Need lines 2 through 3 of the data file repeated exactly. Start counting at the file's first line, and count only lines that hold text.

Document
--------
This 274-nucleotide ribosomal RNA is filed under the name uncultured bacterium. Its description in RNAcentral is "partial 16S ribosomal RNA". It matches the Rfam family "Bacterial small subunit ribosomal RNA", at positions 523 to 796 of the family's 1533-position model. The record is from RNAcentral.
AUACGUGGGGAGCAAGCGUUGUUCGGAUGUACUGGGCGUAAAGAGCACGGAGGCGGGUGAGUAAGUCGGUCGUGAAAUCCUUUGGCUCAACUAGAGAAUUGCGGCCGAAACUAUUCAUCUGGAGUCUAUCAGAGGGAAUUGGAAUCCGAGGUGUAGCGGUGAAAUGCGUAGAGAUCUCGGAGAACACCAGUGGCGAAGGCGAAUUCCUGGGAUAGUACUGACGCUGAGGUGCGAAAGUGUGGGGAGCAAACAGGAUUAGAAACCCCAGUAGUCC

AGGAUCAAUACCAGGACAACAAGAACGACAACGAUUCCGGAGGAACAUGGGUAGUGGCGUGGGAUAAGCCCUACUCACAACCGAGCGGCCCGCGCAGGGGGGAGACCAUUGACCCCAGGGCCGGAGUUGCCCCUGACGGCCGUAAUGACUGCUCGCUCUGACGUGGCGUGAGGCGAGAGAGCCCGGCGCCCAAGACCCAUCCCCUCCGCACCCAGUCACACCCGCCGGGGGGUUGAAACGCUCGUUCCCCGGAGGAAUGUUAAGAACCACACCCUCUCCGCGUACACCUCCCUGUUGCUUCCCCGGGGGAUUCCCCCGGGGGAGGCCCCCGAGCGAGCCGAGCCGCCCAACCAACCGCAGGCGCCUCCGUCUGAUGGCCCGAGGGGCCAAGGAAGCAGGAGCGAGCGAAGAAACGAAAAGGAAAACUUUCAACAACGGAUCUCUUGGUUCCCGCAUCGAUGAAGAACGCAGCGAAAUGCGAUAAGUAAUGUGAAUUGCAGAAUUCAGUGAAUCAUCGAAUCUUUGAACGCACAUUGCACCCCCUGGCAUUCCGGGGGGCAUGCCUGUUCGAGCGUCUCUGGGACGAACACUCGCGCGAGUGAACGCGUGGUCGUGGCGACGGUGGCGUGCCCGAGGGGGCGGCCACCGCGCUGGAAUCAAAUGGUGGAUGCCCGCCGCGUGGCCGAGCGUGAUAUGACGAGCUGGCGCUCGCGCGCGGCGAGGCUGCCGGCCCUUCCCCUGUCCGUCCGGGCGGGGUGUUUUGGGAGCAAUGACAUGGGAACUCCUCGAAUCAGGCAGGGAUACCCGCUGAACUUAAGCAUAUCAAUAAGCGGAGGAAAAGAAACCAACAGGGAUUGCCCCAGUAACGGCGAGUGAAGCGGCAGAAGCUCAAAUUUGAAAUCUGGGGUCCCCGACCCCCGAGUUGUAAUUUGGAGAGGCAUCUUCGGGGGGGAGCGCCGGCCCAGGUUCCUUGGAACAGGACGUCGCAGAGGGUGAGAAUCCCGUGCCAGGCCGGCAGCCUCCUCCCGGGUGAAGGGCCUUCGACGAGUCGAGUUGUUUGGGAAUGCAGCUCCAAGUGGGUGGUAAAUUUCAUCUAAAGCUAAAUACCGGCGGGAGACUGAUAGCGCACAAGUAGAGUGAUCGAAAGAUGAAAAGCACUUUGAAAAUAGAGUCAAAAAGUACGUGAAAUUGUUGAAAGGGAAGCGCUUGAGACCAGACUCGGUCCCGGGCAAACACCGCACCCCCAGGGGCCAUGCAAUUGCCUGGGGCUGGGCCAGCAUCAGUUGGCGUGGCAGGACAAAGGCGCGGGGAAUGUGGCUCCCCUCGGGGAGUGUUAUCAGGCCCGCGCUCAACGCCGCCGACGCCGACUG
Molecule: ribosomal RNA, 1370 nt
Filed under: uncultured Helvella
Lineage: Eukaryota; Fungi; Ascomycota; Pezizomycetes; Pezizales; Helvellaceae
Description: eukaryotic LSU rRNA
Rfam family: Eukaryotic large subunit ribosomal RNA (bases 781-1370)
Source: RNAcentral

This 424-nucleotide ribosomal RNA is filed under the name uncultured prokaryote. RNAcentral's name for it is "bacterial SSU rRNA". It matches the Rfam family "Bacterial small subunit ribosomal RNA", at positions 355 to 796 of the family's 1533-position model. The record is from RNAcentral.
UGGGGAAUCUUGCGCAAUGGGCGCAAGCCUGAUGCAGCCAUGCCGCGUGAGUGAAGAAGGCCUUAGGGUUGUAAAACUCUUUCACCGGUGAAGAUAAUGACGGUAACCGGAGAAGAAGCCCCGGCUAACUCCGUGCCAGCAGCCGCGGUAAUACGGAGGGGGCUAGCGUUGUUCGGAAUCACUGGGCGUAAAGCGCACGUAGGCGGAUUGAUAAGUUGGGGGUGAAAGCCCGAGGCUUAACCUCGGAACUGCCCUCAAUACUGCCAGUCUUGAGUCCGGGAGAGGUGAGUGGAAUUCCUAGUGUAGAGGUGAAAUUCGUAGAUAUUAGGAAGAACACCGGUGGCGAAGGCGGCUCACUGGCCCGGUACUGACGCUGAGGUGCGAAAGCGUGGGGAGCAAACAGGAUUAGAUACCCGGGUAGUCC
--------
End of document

AUACGUGGGGAGCAAGCGUUGUUCGGAUGUACUGGGCGUAAAGAGCACGGAGGCGGGUGAGUAAGUCGGUCGUGAAAUCCUUUGGCUCAACUAGAGAAUUGCGGCCGAAACUAUUCAUCUGGAGUCUAUCAGAGGGAAUUGGAAUCCGAGGUGUAGCGGUGAAAUGCGUAGAGAUCUCGGAGAACACCAGUGGCGAAGGCGAAUUCCUGGGAUAGUACUGACGCUGAGGUGCGAAAGUGUGGGGAGCAAACAGGAUUAGAAACCCCAGUAGUCC

AGGAUCAAUACCAGGACAACAAGAACGACAACGAUUCCGGAGGAACAUGGGUAGUGGCGUGGGAUAAGCCCUACUCACAACCGAGCGGCCCGCGCAGGGGGGAGACCAUUGACCCCAGGGCCGGAGUUGCCCCUGACGGCCGUAAUGACUGCUCGCUCUGACGUGGCGUGAGGCGAGAGAGCCCGGCGCCCAAGACCCAUCCCCUCCGCACCCAGUCACACCCGCCGGGGGGUUGAAACGCUCGUUCCCCGGAGGAAUGUUAAGAACCACACCCUCUCCGCGUACACCUCCCUGUUGCUUCCCCGGGGGAUUCCCCCGGGGGAGGCCCCCGAGCGAGCCGAGCCGCCCAACCAACCGCAGGCGCCUCCGUCUGAUGGCCCGAGGGGCCAAGGAAGCAGGAGCGAGCGAAGAAACGAAAAGGAAAACUUUCAACAACGGAUCUCUUGGUUCCCGCAUCGAUGAAGAACGCAGCGAAAUGCGAUAAGUAAUGUGAAUUGCAGAAUUCAGUGAAUCAUCGAAUCUUUGAACGCACAUUGCACCCCCUGGCAUUCCGGGGGGCAUGCCUGUUCGAGCGUCUCUGGGACGAACACUCGCGCGAGUGAACGCGUGGUCGUGGCGACGGUGGCGUGCCCGAGGGGGCGGCCACCGCGCUGGAAUCAAAUGGUGGAUGCCCGCCGCGUGGCCGAGCGUGAUAUGACGAGCUGGCGCUCGCGCGCGGCGAGGCUGCCGGCCCUUCCCCUGUCCGUCCGGGCGGGGUGUUUUGGGAGCAAUGACAUGGGAACUCCUCGAAUCAGGCAGGGAUACCCGCUGAACUUAAGCAUAUCAAUAAGCGGAGGAAAAGAAACCAACAGGGAUUGCCCCAGUAACGGCGAGUGAAGCGGCAGAAGCUCAAAUUUGAAAUCUGGGGUCCCCGACCCCCGAGUUGUAAUUUGGAGAGGCAUCUUCGGGGGGGAGCGCCGGCCCAGGUUCCUUGGAACAGGACGUCGCAGAGGGUGAGAAUCCCGUGCCAGGCCGGCAGCCUCCUCCCGGGUGAAGGGCCUUCGACGAGUCGAGUUGUUUGGGAAUGCAGCUCCAAGUGGGUGGUAAAUUUCAUCUAAAGCUAAAUACCGGCGGGAGACUGAUAGCGCACAAGUAGAGUGAUCGAAAGAUGAAAAGCACUUUGAAAAUAGAGUCAAAAAGUACGUGAAAUUGUUGAAAGGGAAGCGCUUGAGACCAGACUCGGUCCCGGGCAAACACCGCACCCCCAGGGGCCAUGCAAUUGCCUGGGGCUGGGCCAGCAUCAGUUGGCGUGGCAGGACAAAGGCGCGGGGAAUGUGGCUCCCCUCGGGGAGUGUUAUCAGGCCCGCGCUCAACGCCGCCGACGCCGACUG